Fanfic embraces the gaps in the narrative, the gracenotes in characterisation that the original story glosses, forgets or simply doesn’t find time for. That’s not all it does, of course, but in the context of learning how to write characters, it’s vital, because it teaches ficwriters – and fic readers – the difference between rich and cardboard characters. A rich character is one whose original incarnation is detailed enough that, in order to put them in fanfic, the writer has to consider which elements of their personality are integral to their existence, which clash irreparably with the new setting, and which can be modified to fit, to say nothing of how this adapted version works with other similarly adapted characters. A cardboard character, by contrast, boasts so few original or distinct attributes that the ficwriter has to invent them almost out of whole cloth. Note, please, that attributes are not necessarily synonymous with details in this context: we might know a character’s favourite song and their number of siblings, but if this information gives us no actual insight into them as a person, then it’s only window-dressing. By the same token, we might know very few concrete facts about a character, but still have an incredibly well-developed sense of their personhood on the basis of their actions.
The fact that ficwriters en masse – or even the same ficwriter in different AUs – can produce multiple contradictory yet still fundamentally believable incarnations of the same person is a testament to their understanding of characterisation, emotional continuity and narrative.
After finishing that Lorna gifset last night I suddenly got a story in my head. It’s short, and since it deals with Amy and the Demon’s Run stuff it’s probably not very nice, but here it is anyway.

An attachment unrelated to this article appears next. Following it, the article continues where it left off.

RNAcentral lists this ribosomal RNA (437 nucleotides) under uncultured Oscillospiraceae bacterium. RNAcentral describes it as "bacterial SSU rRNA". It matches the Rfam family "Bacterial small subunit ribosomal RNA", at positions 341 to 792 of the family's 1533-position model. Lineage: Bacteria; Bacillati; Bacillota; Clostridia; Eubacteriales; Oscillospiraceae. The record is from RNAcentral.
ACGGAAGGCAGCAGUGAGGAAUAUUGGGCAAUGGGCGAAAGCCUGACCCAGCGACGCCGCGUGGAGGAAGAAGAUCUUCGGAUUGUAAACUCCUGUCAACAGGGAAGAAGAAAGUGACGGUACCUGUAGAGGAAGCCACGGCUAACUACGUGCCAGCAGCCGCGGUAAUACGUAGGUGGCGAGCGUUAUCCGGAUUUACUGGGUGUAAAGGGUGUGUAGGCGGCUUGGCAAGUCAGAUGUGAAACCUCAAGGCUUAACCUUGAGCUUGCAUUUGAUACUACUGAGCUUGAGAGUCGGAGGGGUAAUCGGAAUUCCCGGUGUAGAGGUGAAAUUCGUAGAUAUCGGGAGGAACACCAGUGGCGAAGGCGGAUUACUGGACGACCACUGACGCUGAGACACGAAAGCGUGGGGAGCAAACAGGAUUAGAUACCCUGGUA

Title: Justice Rating: PG13…I guess? Fandom: Doctor Who Characters: Amy Pond, Rory Williams, Jenny Flint, the Eleventh Doctor, Lorna Bucket, Madame Kovarian, River Song Warnings: Child loss, death, and abuse Summary: Three lives that touched the life of Amy Pond on Demon’s Run.
At first Amy thought Rory might go mad with grief.
“But she was here,” he sobbed, curling up against the crib. “How could they take her away from us?”
Amy didn’t have to explain. Vastra stepped in and explained the cold hard facts, sparing Amy from the day’s final horror. Rory just wept.
“When I was holding her,” he whispered, “I wasn’t even holding my own daughter, was I?”
“Yes you were. It still counts, it still bloody counts,” Amy whispered back, but to no avail. There was a few more seconds of crying, and then a sniff, and then Rory flicked the switch in him. Amy knew that switch. It brought back the Last Centurion, and the Last Centurion had seen so many terrible things that he didn’t bother crying anymore. He just gritted his teeth and got on with it.
“People are dying,” he said in a weird and far-off voice, and he squeezed Amy’s shoulder and then got up and walked over to Lorna, who was indeed dying. But the hand on her shoulder didn’t go away. Amy looked up and it was that woman she had seen fighting earlier, the dark-haired one, the one with the sword. Amy didn’t know her name.
“My name is Jenny. You don’t know me, I came with Madame Vastra,” the woman said. “And I’m so so sorry, miss.”
“You don’t have to call me ‘miss’,” said Amy. It was all she could think of to say. Rory was running from corner to corner, his sword clanking against his leg, searching for medical supplies.
“Sorry,” said Jenny. “What should I call you?”
“Just Amy,” said Amy. It sounded wrong asking to be called that, because Madame Kovarian had called her Amy too. She had made Amy’s own name sound dirty and disgusting in her mouth.
“I lost a baby once too, Amy,” Jenny said. She didn’t lower her voice for that statement, like most people would have done. “I know how it feels. I know it’s the worst thing in the world. Cruel and vicious and unjust. I’m so sorry.”
Amy didn’t know how to answer that, or if anyone could ever answer that. Lorna was dying, and coughing whilst she did so. Strax was dying too, the Doctor was running to them, Rory was standing still as a statue. There were bodies everywhere.